Frameworks for self-management support for chronic disease: a cross-country comparative document analysis.
AffiliationSchool of Nursing & Midwifery, University College Cork
Local subject classificationHEALTH POLICY
MetadataShow full item record
CitationFrameworks for self-management support for chronic disease: a cross-country comparative document analysis. 2018, 18 (1):583 BMC Health Serv Res
PublisherBMC health services research
JournalBMC health services research
AbstractIn a number of countries, frameworks have been developed to improve self-management support (SMS) in order to reduce the impact of chronic disease. The frameworks potentially provide direction for system-wide change in the provision of SMS by healthcare systems. Although policy formulation sets a foundation for health service reform, little is currently known about the processes which underpin SMS framework development as well as the respective implementation and evaluation plans.
The aim of this study was to conduct a cross-country comparative document analysis of frameworks on SMS for chronic diseases in member countries of the Organisation for Economic Cooperation and Development. SMS frameworks were sourced through a systematic grey literature search and compared through document analysis using the Health Policy Triangle framework focusing on policy context, contents, actors involved and processes of development, implementation and evaluation.
Eight framework documents published from 2008 to 2017 were included for analysis from: Scotland, Wales, Ireland, Manitoba, Queensland, Western Australia, Tasmania and the Northern Territory. The number of chronic diseases identified for SMS varied across the frameworks. A notable gap was a lack of focus on multimorbidity. Common courses of action across countries included the provision of self-management programmes for individuals with chronic disease and education to health professionals, though different approaches were proposed. The 'actors' involved in policy formulation were inconsistent across countries and it was only clear from two frameworks that individuals with chronic disease were directly involved. Half of the frameworks had SMS implementation plans with timelines. Although all frameworks referred to the need for evaluation of SMS implementation, few provided a detailed plan.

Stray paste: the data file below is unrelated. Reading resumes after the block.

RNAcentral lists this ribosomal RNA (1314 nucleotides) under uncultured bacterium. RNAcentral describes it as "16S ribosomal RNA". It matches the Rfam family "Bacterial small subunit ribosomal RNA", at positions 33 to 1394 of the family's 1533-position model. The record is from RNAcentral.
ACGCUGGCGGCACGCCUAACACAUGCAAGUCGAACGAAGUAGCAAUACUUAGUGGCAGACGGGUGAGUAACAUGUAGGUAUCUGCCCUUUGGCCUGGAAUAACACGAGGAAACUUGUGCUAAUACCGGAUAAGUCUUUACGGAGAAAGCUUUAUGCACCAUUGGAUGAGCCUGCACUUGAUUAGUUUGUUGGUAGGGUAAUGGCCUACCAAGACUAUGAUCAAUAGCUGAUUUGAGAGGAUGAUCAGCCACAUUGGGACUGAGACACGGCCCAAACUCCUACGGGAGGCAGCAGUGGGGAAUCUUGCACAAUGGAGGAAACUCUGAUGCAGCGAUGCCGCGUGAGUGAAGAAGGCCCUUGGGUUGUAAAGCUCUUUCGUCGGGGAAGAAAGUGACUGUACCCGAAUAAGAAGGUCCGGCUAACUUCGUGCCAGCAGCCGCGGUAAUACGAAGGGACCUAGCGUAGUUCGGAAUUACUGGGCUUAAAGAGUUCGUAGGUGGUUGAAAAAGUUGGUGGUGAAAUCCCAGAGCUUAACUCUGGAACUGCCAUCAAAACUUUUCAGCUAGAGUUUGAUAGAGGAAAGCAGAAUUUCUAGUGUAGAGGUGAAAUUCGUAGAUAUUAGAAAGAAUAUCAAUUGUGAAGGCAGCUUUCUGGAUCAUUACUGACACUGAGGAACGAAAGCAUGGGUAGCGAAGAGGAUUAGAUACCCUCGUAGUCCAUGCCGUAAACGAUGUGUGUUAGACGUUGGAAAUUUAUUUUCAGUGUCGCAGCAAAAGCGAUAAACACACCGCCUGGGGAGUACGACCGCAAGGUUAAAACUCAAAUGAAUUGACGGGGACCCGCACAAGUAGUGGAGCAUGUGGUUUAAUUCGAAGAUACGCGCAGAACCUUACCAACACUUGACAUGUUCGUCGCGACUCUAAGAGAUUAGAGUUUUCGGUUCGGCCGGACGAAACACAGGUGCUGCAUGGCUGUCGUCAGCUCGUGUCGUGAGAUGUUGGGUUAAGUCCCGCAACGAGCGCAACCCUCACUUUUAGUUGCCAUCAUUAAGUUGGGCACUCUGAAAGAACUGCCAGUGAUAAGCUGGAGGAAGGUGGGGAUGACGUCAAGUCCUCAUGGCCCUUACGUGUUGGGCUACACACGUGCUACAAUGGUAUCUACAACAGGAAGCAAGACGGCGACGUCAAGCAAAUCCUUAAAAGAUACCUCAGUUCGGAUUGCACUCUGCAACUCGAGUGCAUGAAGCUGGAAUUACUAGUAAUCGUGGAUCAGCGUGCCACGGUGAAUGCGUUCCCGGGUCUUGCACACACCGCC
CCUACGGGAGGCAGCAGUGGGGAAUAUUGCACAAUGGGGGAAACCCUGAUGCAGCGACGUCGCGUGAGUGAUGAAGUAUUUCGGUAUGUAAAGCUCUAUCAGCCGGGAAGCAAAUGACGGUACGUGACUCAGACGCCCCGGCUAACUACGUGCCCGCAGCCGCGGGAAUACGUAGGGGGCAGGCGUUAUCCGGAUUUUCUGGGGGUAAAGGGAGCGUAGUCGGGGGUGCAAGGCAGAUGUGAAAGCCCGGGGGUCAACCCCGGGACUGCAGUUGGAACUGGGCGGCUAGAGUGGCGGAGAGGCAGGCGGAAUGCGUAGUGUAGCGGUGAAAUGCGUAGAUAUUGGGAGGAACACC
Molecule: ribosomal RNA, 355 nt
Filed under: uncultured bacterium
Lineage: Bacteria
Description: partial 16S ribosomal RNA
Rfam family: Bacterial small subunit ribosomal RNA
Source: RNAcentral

Differences across frameworks may have implications for their success including: the extent to which people with chronic disease are involved in policy making; the courses of action taken to enhance SMS; and planned implementation processes including governance and infrastructure. Further research is needed to examine how differences in frameworks have affected implementation and to identify the critical success factors in SMS policy implementation.
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